In January of 1984 I watched a tv special called Don't Ask Me, Ask God with my parents. Apparently I wasn't alone. It won the Neilson, drew 16 million viewers, and set a record as the most viewed religious program of all time. It featured stars like Michael J. Fox, Ben Vereen, Tony Danza, Ned Beatty, Steve Allen, and Norman Fell. The whole thing was hosted by Broadway actress Anita Gillette and everyone's favorite fundamentalist wackjob, Pat Robertson. It was based on a Gallop Poll from 1981 which asked people "If you could ask God one question, what would it be?"
You know how little snippets of things you saw as a child will stick with you? Well, a certain segment regarding the question "Why is there evil in the world" never left my mind, and it very well may have been the first thing I watched that really scared me. You know how those memories often don't jive with what was actually on the screen? Yeah, that's the case here. There was a reenactment of a scene from a Mummy movie. I remember it being terrifying. Little 3 year old SOC was freaked the hell out. Recently I decided to go searching for that TV special. I eventually found it, and when I rewatched it I realized that the scene that left such an impression on me was completely played for comedy. Hey, I was 3. Give me a break. That wasn't the real surprise, however. Who did I find narrating that now-not-so-horrifying scene and waxing poetic on the nature of evil? None other than the man who would later become my favorite actor of all time, Vincent Price. Perhaps it was that incredible voice that actually sent those icy chills up my spine all those years ago.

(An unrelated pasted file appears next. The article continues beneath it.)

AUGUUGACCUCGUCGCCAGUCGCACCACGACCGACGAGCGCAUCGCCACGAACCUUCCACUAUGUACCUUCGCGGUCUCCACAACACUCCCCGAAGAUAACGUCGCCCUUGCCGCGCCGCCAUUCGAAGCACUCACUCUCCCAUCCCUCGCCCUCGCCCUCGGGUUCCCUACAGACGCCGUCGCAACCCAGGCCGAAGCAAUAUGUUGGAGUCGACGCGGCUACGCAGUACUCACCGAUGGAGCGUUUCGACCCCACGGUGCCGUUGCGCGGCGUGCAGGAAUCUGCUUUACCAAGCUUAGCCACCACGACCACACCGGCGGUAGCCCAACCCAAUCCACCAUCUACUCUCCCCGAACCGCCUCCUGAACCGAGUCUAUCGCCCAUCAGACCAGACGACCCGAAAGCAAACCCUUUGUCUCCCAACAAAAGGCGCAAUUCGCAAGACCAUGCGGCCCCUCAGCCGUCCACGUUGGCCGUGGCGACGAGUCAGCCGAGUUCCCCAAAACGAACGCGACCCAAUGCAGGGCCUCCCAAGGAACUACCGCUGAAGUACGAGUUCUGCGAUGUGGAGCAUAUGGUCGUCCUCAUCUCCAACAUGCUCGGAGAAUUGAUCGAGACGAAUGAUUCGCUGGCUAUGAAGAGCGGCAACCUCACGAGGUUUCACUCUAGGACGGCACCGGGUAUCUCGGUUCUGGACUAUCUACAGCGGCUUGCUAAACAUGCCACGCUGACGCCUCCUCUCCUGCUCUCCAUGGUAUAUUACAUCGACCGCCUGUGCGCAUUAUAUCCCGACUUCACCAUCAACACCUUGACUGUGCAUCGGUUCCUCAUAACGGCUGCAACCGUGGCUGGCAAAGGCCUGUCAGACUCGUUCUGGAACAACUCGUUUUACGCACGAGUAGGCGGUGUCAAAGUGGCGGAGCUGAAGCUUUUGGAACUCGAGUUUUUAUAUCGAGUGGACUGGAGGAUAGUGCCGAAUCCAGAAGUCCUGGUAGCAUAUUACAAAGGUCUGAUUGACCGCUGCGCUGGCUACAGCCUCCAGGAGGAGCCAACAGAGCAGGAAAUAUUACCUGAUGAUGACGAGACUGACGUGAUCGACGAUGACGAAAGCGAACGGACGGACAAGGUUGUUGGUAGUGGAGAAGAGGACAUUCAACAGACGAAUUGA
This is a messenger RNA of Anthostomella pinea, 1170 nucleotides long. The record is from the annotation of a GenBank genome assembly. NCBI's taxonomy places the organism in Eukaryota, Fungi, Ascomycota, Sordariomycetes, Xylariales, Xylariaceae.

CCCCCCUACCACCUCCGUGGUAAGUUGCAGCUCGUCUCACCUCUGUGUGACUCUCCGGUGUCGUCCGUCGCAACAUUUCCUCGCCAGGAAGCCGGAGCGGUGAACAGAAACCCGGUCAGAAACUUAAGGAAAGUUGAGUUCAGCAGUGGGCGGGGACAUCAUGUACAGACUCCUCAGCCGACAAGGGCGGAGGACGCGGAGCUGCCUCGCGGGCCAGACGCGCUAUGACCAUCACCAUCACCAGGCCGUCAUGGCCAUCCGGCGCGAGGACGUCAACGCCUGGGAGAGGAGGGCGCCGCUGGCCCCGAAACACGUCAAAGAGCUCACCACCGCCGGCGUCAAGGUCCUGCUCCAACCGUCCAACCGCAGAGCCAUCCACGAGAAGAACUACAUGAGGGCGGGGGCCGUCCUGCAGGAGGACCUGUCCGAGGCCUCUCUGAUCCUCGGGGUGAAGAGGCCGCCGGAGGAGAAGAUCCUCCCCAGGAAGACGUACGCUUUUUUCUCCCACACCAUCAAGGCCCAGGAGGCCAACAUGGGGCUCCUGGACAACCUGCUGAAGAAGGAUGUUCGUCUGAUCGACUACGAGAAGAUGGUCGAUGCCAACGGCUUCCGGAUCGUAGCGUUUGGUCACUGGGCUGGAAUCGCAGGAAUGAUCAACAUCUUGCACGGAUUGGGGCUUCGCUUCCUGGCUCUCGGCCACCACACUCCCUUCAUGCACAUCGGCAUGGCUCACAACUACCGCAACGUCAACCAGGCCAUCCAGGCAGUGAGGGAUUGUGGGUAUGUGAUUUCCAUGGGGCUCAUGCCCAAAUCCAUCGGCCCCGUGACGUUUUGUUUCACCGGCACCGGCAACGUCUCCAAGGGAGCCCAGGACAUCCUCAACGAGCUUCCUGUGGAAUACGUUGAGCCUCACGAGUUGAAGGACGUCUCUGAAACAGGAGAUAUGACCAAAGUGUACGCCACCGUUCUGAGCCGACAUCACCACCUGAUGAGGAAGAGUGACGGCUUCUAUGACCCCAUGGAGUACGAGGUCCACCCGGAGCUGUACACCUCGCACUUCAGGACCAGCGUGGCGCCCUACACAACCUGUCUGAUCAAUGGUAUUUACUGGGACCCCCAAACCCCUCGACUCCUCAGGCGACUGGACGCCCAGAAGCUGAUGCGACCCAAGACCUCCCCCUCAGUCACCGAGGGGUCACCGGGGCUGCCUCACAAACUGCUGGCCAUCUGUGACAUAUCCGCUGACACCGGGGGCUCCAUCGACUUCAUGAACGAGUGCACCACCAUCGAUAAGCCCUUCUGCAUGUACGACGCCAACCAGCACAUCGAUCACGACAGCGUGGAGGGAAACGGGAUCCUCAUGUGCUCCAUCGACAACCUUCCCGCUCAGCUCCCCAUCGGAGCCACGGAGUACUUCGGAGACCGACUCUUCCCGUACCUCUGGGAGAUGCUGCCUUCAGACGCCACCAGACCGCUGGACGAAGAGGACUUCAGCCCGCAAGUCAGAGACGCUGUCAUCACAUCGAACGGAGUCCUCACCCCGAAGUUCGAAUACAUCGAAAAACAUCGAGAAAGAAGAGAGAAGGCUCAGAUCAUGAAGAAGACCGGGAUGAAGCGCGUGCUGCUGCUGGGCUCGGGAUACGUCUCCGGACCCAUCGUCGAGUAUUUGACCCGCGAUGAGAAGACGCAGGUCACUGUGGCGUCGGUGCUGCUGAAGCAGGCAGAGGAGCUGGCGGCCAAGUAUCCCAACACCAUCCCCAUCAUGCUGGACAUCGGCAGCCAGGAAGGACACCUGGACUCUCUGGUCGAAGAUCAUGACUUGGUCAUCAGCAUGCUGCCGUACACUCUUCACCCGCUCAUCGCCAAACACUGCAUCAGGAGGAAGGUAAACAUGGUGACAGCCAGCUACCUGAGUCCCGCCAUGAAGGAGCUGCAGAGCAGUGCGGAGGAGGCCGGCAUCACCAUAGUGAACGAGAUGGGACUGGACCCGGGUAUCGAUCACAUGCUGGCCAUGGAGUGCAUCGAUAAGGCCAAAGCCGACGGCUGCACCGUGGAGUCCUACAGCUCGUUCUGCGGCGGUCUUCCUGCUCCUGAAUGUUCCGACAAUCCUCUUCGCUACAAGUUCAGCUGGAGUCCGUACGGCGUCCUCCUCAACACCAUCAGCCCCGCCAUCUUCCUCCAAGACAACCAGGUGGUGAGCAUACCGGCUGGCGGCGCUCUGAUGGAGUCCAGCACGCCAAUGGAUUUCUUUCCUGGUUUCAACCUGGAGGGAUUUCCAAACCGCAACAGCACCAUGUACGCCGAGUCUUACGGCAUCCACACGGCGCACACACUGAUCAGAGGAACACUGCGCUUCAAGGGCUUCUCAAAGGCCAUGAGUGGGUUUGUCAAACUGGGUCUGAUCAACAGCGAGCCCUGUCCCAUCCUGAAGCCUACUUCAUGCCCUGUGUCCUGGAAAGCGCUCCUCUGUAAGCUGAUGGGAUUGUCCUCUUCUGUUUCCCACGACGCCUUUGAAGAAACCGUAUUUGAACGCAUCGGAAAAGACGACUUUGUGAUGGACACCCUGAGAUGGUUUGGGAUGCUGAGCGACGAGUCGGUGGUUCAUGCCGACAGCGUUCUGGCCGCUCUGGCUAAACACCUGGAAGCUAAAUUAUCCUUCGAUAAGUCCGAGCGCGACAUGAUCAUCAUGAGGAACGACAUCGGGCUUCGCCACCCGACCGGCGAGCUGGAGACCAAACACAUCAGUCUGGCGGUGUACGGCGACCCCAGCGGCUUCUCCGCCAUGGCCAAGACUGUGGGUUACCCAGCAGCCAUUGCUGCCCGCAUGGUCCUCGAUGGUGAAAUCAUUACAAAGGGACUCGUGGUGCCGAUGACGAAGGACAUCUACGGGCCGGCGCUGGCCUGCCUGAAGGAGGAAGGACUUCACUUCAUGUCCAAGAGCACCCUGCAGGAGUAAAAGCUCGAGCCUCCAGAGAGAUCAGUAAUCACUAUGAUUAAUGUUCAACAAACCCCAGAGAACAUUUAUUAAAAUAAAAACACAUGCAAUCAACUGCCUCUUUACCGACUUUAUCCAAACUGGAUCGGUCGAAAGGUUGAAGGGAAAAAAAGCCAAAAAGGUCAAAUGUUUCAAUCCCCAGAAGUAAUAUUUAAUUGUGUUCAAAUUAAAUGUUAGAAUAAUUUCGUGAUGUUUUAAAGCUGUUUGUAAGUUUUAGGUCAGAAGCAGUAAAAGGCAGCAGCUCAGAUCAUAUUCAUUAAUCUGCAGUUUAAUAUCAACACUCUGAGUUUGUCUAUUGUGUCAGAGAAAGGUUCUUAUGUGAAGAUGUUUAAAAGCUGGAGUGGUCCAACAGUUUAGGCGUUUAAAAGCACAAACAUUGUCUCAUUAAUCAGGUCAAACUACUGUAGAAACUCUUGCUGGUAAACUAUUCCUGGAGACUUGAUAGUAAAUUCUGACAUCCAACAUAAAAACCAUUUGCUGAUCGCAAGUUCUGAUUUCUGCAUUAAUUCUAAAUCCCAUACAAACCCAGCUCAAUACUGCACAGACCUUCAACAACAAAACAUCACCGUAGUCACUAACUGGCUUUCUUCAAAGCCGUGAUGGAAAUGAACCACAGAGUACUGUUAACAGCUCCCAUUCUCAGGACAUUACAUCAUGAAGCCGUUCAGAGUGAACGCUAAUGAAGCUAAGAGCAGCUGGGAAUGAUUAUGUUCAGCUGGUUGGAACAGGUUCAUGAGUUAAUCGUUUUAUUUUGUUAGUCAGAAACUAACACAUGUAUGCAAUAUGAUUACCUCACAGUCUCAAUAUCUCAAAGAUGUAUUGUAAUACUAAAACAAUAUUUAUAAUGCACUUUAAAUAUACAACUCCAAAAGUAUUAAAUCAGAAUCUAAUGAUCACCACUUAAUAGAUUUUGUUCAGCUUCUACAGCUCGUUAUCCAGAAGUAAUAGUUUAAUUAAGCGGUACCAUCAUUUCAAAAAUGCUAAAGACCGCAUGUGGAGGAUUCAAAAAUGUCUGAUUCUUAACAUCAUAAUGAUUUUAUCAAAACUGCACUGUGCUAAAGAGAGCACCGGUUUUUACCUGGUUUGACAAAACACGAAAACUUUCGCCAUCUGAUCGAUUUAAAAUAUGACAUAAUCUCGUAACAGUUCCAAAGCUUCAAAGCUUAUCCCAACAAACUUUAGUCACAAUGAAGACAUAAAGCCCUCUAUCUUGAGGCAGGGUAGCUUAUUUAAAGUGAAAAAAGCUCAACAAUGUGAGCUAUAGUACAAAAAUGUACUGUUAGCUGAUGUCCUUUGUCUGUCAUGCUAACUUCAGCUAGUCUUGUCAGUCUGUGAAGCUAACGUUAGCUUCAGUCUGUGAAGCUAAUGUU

What kinda shocks me is that, with the huge fan base that Mr. Price has, I've never seen this appearance mentioned. Am I the only one who remembers it? Surely the meeting of two of the most entertaining madmen of the modern age is more memorable than that. You know, one who unleashed monsters, murder, and mayhem and one who blames hurricanes on abortion and earthquakes on "pacts with the devil." Dr. Phibes and Mr. 700 Club are an odd pair, but they're both in this program. They don't actually share the screen, but perhaps that's for the best. Who knows what natural disasters might have been unleashed if the Almighty had seen his chosen nutcase cavorting with the master of the macabre?
I think this bizarre chapter in Price's legendary career needs to be seen, so here it is in all of its cheesy, 80's-rific glory. Oh, and for the record, I edited out a video package that featured concentration camp footage and real baby seal clubbing. How did they get away with showing that on prime time basic cable anyway?